Kasey Anderson stole, lied and cheated but it still isn’t what it seems

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You can see the whole shocking story here on Ryan White’s blog. To make it brief, Portland-Vancouver songwriter/singer/guitarist Kasey Anderson, has just been indicted of a variety of federal fraud offenses, all related to a jaw-dropping scam that relieved several extremely credulous investors of hundreds of thousands of dollars.

Kasey performed similarly larcenous lo-jinks to folks within the music industry, everyone from working-man musicians (or their record companies) to superstars. To make it all the more excruciating for me some of his victims are people I have worked with and maintain friendly relationships.

Basically everything Kasey did was wrong. And obviously criminal. The investors filed a lawsuit months ago, and now those federal beefs could send him away for as long as 15 years.

But now I’m going to tell you something else: Kasey is a great guy. I’m not talking about his artistry, which I have admired for years. I’m talking about Kasey as a human being. Along with being smart, funny and insightful, he’s also a warm and generous friend.

Who, as it turns out, happens to have a pretty severe mental illness.

I know more about this than I can say right now, but I can say that it’s a pretty recent diagnosis, with a lot of unpleasant ramifications. Recovery won’t be easy — it never is when the most fundamental aspects of consciousness take you over the cliff. From what I can see Kasey is doing his best to get back on track. I’m not with him 24 hours a day (haven’t seen him in a few weeks, in fact). I hope, and trust, he’s every bit as serious about getting his ass back to the straight and  narrow as he seems to be.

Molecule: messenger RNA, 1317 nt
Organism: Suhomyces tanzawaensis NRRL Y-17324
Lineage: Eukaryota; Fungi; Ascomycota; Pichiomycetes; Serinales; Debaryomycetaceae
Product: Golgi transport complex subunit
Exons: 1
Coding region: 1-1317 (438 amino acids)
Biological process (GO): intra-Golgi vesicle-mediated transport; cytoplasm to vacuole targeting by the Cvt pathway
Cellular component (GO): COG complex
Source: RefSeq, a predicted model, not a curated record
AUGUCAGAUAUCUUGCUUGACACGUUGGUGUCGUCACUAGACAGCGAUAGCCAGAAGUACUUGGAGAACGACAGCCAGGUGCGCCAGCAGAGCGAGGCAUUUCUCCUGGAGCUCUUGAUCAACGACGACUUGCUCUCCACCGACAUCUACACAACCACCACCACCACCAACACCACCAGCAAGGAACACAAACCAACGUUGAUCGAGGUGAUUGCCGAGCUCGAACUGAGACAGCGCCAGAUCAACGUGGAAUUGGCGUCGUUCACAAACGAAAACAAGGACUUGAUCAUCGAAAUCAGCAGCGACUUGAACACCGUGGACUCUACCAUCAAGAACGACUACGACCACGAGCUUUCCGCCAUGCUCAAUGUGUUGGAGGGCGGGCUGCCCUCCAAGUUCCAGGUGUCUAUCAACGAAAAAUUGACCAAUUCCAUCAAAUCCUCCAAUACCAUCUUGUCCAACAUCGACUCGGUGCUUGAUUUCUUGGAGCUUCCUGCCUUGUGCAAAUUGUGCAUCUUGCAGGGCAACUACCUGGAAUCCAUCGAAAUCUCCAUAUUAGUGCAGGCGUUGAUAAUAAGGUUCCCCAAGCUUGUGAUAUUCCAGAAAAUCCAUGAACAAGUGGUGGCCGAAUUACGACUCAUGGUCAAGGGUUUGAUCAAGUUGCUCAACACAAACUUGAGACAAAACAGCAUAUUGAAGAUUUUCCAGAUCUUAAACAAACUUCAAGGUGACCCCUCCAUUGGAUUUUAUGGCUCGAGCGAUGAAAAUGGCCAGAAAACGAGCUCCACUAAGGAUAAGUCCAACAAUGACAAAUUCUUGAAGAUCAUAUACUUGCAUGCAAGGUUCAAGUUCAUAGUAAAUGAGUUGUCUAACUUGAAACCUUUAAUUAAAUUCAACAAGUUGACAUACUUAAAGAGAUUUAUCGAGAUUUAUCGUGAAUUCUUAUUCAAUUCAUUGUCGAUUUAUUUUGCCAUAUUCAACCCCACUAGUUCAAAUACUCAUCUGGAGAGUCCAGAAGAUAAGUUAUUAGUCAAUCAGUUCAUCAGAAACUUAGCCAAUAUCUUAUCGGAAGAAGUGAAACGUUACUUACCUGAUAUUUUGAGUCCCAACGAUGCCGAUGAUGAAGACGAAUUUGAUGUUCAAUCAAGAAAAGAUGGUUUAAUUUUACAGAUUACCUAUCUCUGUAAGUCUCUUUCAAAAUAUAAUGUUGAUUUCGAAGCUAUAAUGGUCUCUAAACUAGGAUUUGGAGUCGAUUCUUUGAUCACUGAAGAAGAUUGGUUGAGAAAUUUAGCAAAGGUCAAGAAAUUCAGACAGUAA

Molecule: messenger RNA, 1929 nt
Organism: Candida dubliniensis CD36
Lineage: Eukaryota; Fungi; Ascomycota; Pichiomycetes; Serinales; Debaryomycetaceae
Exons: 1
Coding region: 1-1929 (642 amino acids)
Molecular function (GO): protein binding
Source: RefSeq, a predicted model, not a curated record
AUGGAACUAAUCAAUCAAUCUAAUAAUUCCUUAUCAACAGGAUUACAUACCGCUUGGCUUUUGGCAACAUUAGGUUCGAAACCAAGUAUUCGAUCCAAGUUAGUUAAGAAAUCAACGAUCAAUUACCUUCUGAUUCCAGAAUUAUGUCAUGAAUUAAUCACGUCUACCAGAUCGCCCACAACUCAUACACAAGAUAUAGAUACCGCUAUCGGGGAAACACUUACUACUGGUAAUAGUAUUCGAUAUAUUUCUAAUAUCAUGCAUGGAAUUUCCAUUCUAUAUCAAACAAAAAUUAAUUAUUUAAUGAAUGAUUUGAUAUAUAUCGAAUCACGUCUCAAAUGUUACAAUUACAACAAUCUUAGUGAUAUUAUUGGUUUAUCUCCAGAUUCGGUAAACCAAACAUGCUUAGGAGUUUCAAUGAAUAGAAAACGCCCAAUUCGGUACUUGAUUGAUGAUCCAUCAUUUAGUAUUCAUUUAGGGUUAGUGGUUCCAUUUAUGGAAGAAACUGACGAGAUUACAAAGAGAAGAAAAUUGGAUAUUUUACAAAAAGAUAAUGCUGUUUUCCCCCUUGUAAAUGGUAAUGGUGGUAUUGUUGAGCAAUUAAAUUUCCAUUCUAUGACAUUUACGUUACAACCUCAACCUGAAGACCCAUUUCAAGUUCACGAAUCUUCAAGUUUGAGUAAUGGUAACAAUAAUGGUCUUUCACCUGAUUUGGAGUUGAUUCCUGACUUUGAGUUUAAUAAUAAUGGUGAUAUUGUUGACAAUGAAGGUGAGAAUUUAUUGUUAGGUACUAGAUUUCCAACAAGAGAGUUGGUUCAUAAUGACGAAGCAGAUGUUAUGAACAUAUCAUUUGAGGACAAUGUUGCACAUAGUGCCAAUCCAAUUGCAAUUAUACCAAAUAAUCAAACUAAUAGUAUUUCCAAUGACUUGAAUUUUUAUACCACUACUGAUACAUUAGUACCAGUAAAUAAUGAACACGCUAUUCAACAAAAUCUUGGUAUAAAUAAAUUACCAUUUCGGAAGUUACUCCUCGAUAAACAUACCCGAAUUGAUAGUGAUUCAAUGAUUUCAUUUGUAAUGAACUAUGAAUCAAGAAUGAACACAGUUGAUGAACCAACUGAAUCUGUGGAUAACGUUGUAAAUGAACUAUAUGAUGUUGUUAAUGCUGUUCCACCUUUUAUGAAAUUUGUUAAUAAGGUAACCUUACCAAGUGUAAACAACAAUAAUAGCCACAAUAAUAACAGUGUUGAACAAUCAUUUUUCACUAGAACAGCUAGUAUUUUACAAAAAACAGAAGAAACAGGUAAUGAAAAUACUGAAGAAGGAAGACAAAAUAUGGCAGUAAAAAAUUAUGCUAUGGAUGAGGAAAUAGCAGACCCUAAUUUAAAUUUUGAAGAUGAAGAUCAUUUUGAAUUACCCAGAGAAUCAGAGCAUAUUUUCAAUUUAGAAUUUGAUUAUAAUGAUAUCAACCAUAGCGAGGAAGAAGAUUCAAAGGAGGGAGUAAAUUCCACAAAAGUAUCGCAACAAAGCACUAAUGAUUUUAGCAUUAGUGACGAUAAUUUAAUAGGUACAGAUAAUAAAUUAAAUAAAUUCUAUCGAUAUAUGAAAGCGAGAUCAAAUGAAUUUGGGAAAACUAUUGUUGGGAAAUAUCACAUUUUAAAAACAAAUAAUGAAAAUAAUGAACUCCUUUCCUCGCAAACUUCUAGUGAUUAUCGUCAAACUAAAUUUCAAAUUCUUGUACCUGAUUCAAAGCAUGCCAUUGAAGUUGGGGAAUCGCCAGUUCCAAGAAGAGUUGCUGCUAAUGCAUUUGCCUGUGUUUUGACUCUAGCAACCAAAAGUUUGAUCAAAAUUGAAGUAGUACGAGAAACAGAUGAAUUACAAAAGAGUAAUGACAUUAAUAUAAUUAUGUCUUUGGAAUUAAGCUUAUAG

None of which makes up for, let alone excuses, the shit that he did. This is not a no-harm, no-foul type of situation. Kasey must, and I sincerely hope he will, make serious amends for his deeds, no matter how they came about.

And yet Kasey deserves to be understood in the larger context of his life and his disease. He is not a career criminal. He has had other problems in his past, mostly involving drug abuse, but even that was far more self-destructive than harmful to others.

Mental illness is a ferociously complex, and just plain ferocious, thing. It strikes at the core of your being and twists it into its own illogical image. Gentle people become violent. People with wonderful lives yearn for death. A warm-hearted, hard-working musician becomes a grifter. Does this always make them evil, weak willed people? Perhaps, but only if we judge the victims of every victim of chemical-based, hereditary diseases — cancer, diabetes, congenital heart disease — as failures and reprobates. After all, we’re all healthy. We watch our diets, don’t smoke, take our exercise, buy our rutabagas and cauliflower from the organic bins, no matter the cost. Health is a lifestyle choice, you know? Let ’em burn.

That’s ridiculous. Everyone with a serious illness deserves some level of understanding, and often sympathy. I’m not saying  that Kasey’s illness relieves of his accountability.  But his crime shouldn’t relieve us of our humanity, either. I know it’s usually too much to ask for on the Internet. Even the writer/NPR host John Moe, a staunch advocate for victims of depression (his brother committed suicide)  took to Twitter last night to mock and denounce Kasey. “I have no sympathy for con men,” he responded when I asked after his sympathy for the mentally ill. When one woman proposed that he might show a bit more humanity, Moe blocked her then told everyone he had done it.

The Kasey I know, the real Kasey, is a remarkably humane person. I think his song “I Was a Photograph (Blake’s Song)” is the best song anyone has written about the psychological toll of the Iraq war. It’s about — and sung in the voice of — James Blake Miller, the guy you’ll remember from the photograph of him from the Iraq front lines,  a filthy, battered soldier gazing emptily into the camera while a shock white cigarette burns between his lips. They called him a hero that day. By the time he got home his head was filled with other voices.

…You inherit my blood, boy/But your sins are all your own…

 

 

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